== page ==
Ubiquitous drummer, avant composer and producer Billy Atwell presents this double CD of new works from 2006 ("Dos") and a bonus CD archiving film scores, commissioned compositions and compulsive sound art from 1998-2005. Nearly two hours of pure Atwellian non-silence.
On the net:
From the liner notes by Daniel House (CEO of C/Z Records and former bassist of Seattle's Skin Yard):
Having Billy Atwell ask me to write the liner notes for his new CD is both an immense honor and a seriously nerve-racking mind-fuck. An honor because I consider Billy a dear and meaningful friend; a mind-fuck (and an honor as well) because I consider him one of the most innately gifted composer/musicians that I have ever known, and it’s important to me that I find words that can do justice to the music that he’s created here.
Let me first say that this is not quick-fix music. It is not obvious; there are no ‘vocals’ to speak of; it is definitely not what you would think of as pop.
This is music with incredible depth, and requires dedication on the part of you – the dear listener – to dig in and really engage: it is not meant to exist in the background. These 35 tracks span a vast breadth of color and emotion, and is not easy stuff to pigeonhole. You need to listen to a number of tracks to fully begin to understand, and you owe it to yourself to do just that.
What has always struck me about Billy’s compositions is how remarkably visual they are. This is music that belongs in film, with many of the tracks conjuring potent visual images on a grand scale. He uses sound like paint on canvas, crafting dark and lush filmic soundscapes that bring to my mind the works of Bill Laswell, David Torn and Cliff Martinez. Billy sounds like them as much as any of them sound like each other, which is to say hardly at all, but the common thread is that all of these artists paint with sound, and seem to have a color palette that exceeds the traditional boundaries of conventional music.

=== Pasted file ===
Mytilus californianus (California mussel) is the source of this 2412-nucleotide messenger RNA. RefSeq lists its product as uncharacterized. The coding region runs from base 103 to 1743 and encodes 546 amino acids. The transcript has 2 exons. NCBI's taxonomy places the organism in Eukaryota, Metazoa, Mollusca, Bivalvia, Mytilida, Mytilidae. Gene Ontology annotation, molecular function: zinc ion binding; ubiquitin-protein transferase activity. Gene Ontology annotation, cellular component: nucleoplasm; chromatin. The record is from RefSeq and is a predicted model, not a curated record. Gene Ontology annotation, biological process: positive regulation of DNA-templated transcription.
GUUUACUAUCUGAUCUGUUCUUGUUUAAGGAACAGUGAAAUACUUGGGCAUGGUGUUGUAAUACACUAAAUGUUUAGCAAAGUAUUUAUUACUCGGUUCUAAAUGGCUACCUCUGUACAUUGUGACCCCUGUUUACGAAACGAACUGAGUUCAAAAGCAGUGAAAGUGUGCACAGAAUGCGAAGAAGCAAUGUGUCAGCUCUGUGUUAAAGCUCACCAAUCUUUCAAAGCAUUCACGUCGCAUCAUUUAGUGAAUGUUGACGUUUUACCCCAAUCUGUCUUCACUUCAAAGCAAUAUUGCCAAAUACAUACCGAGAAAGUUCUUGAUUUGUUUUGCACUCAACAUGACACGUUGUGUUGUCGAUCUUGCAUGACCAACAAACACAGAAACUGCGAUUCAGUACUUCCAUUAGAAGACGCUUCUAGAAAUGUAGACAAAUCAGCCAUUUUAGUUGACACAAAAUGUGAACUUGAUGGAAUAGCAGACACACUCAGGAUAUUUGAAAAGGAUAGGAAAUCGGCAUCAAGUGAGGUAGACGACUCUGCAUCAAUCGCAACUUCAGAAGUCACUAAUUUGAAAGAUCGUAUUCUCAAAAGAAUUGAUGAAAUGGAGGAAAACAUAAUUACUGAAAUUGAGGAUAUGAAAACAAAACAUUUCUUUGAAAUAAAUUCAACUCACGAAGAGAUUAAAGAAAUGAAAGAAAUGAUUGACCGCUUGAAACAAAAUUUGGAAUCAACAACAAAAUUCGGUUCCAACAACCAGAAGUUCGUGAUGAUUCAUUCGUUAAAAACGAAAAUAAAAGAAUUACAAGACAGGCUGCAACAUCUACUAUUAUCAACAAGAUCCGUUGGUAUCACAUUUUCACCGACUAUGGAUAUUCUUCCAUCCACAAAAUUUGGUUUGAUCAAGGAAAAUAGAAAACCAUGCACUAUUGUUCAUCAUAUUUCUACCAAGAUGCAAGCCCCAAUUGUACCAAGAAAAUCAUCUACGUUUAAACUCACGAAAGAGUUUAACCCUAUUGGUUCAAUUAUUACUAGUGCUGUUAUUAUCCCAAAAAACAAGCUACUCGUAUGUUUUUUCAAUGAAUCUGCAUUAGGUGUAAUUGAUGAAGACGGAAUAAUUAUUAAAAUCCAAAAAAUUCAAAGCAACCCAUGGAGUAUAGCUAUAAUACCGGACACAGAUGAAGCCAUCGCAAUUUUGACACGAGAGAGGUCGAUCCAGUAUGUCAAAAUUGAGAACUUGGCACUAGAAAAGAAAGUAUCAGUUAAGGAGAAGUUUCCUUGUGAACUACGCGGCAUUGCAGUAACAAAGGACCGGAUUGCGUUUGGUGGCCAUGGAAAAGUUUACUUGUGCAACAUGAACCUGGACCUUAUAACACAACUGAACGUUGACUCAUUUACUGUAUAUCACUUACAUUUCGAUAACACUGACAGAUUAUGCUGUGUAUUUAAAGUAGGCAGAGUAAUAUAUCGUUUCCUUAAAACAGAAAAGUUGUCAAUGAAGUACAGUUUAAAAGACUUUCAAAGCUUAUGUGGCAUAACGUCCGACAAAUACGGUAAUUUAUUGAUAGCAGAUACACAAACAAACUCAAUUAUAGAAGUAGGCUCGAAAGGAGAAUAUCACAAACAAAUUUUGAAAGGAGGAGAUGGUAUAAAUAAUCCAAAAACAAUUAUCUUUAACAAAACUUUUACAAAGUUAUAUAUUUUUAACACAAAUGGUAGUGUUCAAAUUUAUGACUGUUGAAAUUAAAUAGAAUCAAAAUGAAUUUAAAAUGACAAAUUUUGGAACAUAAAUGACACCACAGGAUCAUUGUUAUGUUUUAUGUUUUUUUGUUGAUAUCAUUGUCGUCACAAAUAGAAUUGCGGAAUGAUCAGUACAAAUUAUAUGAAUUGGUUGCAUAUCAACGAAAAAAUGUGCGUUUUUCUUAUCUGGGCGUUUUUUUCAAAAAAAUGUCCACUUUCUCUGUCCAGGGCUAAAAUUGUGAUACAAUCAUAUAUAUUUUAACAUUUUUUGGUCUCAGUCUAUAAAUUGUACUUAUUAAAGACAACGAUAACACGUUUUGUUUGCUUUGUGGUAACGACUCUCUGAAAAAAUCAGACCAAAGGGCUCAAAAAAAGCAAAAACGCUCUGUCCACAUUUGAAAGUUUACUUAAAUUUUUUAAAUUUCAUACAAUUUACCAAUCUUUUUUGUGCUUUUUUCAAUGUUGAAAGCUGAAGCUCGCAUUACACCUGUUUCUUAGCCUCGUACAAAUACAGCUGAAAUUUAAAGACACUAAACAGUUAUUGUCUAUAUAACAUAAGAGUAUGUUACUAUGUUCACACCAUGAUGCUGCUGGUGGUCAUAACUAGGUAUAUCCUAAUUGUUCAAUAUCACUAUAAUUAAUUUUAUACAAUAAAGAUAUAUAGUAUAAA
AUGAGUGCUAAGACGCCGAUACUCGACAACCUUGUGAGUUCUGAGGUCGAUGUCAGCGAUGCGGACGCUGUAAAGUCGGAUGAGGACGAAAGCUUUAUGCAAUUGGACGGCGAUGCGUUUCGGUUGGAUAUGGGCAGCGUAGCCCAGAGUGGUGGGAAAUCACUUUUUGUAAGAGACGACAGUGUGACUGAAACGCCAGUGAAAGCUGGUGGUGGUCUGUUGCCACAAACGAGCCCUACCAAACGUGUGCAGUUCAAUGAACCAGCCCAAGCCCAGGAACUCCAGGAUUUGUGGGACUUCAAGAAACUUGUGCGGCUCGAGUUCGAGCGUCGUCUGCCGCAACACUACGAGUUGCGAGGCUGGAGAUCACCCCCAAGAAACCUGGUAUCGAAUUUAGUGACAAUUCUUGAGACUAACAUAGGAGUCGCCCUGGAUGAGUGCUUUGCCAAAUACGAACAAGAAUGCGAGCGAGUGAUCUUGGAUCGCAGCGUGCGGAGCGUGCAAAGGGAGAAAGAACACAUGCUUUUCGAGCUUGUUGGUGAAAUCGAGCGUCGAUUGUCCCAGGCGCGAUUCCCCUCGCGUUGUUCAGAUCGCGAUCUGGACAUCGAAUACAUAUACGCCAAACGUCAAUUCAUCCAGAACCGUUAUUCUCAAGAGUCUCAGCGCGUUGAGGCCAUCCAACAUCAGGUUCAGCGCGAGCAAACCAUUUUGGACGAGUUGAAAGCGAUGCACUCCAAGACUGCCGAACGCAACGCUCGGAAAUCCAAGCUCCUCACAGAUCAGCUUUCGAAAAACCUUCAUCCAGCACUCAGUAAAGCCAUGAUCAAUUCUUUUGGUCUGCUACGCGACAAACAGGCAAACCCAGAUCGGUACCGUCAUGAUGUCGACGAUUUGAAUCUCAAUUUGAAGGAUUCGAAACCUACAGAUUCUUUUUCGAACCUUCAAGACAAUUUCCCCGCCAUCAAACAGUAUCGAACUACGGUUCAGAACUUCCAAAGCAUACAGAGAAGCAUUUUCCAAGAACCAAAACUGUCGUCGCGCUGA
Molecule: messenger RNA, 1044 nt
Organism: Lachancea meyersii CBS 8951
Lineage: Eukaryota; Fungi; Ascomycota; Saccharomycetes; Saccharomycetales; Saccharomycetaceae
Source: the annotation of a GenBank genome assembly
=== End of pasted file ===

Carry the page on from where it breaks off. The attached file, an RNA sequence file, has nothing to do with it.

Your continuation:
Like a great bottle of wine, this is music that needs to breathe. With each sip subtle complexities emerge, and with each sip – if you are paying attention to the delicacies and nuance –you will discover layer upon layer of color and texture, darkness and light.
Many of these compositions are wistfully melancholic (She Still Sleeps Here, Tumbler, Prophet); some of them are dark & edgy (The Black Ride, P.S.A., Different Channel [Same War], Fresh Crayons); others are thoughtful, sweet, and even playful (Daughter Of Mine, Hall Pass). It’s all evocative material, and from the entirely biased place where I sit, it’s a little intimidating to realize that all of this came from this one man with more talent and range than many bands display in an entire career.
Yes, Billy is a bit of a chameleon, not because he’s trying to be clever or because he feels the need to show the scope of his abilities, but more so because he is – like his music – one complicated motherfucker. I don’t believe he would be able to sit still long enough to be content with the limitations of any self-imposed formula. He has to keep creating, and the stuff that goes on in his head spans the gamut and accordingly, so does his music.
One remarkable fact is that he played all the instruments (guitars, basses, keyboards, programming, drums, percussion – which includes tabla, doumbek, bodhran, udu, assorted frame drums, and an African talking drum) and engineered everything as well. He doesn’t use any pre-made loops – this is Billy, every note and beat. This is (in the most literal sense of the word) ‘soul music’ – not in terms of genre, but more in terms of emotional/personal connectedness. These are more than songs – they are in essence more like an appendage. Consider this CD an in-depth conversation of sorts, a little one-sided perhaps, but Billy has a lot to say, and has managed to convey a great deal using one of the most universal and pure forms of communication on the planet.
So sit down, open an outstanding bottle of red, settle in, push ‘play’ and close your eyes. Take it in and see where it takes you. Clearly I am fond of Billy’s music and consider this a special treat. I hope you find a similar connection and feel the same need to share this gift that Billy has shared with all of us.
~ Daniel House
February 4, 2007